The start of this week will be dominated by PMI data from China and Europe. Both economic giants have been under suspicion from a myriad of analysts regarding their overall health. While government officials in China and Europe both push party lines with the claim that their collective economies are doing well, data has not backed this up and the PMI readings on Monday will be of interest and have an effect on the EUR and major Asian currencies like the JPY and KRW.

The U.S. will also issue a PMI reading on Monday, but its significance will be fairly muted, this as housing sector figures begin to be published starting with the Existing Homes Sales numbers. On Tuesday the States will print the New Home Sales and the CB Consumer Confidence reports.

Equity markets in the U.S. are starting to defy gravity and while the major indexes enjoy profits, their lofty heights may be too expensive for many. On Wednesday Core Durable Goods Orders will be brought forth and investors will watch this number. Data from the U.S. has been lacklustre and this result will be monitored. The Final GDP number will be issued also on Wednesday and any surprises could roil FX, equities, and commodities.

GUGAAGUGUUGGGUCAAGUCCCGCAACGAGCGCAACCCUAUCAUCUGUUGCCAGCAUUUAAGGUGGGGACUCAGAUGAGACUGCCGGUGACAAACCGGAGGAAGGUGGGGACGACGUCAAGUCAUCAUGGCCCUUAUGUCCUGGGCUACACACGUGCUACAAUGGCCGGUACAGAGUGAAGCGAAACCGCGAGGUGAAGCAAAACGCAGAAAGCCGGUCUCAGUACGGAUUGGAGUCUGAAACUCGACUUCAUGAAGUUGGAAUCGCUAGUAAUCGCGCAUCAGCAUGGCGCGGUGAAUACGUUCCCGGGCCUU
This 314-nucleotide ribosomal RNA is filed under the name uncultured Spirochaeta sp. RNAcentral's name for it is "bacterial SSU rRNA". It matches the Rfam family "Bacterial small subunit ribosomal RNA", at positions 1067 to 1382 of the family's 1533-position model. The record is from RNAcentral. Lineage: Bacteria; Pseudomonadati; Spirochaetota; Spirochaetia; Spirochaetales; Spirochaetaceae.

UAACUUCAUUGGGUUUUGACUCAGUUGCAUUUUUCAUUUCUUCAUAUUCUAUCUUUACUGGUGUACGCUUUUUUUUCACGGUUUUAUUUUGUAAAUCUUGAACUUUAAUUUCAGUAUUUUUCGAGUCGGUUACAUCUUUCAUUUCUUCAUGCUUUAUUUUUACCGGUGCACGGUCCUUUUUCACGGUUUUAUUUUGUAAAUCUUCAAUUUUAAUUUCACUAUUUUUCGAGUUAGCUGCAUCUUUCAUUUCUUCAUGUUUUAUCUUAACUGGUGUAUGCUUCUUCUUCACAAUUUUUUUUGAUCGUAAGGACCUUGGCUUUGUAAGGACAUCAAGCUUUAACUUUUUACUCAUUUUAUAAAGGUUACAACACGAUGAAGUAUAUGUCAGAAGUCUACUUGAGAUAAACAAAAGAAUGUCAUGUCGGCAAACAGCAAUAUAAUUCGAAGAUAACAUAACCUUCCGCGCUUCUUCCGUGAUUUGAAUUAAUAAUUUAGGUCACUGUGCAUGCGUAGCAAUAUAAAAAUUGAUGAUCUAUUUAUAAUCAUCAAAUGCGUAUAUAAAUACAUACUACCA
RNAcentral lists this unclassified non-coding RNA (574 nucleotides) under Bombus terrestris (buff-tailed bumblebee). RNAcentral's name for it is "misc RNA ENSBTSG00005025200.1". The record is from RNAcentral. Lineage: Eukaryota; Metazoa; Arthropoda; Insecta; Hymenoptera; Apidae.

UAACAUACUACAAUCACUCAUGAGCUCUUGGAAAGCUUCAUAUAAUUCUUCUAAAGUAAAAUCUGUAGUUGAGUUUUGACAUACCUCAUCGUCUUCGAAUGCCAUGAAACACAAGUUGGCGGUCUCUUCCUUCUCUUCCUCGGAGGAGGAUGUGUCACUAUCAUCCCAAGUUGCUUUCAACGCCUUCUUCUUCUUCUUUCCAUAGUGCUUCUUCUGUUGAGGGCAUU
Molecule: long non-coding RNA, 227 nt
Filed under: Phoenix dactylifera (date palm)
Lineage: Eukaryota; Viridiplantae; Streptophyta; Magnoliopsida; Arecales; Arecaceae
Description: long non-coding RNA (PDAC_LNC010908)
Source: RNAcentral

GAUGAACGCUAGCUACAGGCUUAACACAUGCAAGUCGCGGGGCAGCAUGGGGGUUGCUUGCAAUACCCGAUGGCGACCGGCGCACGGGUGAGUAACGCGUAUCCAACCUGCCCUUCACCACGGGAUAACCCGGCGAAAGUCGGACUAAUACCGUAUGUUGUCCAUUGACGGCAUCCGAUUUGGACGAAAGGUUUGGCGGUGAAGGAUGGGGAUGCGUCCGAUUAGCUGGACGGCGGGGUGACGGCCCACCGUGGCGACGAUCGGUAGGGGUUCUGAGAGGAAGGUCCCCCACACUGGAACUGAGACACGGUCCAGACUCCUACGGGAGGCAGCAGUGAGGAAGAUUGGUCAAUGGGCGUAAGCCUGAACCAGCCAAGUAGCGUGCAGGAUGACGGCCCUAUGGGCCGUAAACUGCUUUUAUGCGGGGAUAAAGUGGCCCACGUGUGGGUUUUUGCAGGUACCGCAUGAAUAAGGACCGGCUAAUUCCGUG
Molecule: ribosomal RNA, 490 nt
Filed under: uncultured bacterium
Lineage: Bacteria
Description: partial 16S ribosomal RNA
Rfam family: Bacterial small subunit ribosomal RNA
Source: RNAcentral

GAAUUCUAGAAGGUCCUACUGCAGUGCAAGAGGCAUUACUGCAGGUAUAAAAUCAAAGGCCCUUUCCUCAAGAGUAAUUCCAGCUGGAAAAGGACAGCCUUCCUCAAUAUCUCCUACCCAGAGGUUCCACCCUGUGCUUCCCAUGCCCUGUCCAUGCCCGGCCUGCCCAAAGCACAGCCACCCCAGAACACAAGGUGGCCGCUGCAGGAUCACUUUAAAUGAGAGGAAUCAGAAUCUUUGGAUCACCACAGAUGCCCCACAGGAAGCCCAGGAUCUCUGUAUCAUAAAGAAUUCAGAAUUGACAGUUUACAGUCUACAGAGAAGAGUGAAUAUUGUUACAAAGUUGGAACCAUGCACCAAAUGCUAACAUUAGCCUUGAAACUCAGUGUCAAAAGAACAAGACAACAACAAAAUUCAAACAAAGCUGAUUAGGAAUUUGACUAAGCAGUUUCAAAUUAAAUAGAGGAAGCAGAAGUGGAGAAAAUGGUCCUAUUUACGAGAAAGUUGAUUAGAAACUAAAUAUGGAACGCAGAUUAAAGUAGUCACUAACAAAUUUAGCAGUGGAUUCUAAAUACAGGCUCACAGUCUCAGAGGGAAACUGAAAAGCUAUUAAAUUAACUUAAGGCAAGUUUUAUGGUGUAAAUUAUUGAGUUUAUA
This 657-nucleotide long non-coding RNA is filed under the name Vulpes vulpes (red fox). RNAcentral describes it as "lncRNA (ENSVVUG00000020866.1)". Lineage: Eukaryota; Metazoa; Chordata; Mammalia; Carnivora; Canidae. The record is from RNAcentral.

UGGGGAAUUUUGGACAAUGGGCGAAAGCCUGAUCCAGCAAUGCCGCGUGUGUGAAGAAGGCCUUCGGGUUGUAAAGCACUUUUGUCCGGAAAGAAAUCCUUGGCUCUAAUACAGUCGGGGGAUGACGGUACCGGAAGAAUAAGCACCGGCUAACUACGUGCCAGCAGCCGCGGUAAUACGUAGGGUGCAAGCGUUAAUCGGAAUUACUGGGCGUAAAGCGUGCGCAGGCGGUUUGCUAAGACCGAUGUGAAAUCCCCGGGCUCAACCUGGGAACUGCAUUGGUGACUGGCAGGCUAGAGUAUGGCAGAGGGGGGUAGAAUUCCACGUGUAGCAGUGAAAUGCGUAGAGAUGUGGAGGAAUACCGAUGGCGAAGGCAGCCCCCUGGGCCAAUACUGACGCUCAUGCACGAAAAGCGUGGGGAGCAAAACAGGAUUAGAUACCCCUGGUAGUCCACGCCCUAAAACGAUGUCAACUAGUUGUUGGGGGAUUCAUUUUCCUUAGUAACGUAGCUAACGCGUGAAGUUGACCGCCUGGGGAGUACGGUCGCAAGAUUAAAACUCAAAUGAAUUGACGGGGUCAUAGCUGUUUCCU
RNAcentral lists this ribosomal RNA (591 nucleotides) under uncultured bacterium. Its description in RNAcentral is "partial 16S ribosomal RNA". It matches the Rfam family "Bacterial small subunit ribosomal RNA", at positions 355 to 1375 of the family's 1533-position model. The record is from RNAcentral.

Gold has been rising in value the past week and broken through short-term resistance levels. The precious metal is certainly within a speculative market and its rise in price has nothing to do with inflation which is absent in many cases.  On Friday German CPI data will be released. The U.K. will present its GDP and Current Account reports. The U.S. will see the Revised University of Michigan Consumer Sentiment marks.

The key to the broad markets is psychological at this juncture. It is a game of ‘belief’. Risk appetite remains strong. The EUR and GBP are both in interesting ranges to begin this week and will offer traders plenty of short-term opportunities. U.S. data should be watched closely for negative results, meaning if the data does not meet expectations – the USD could weaken.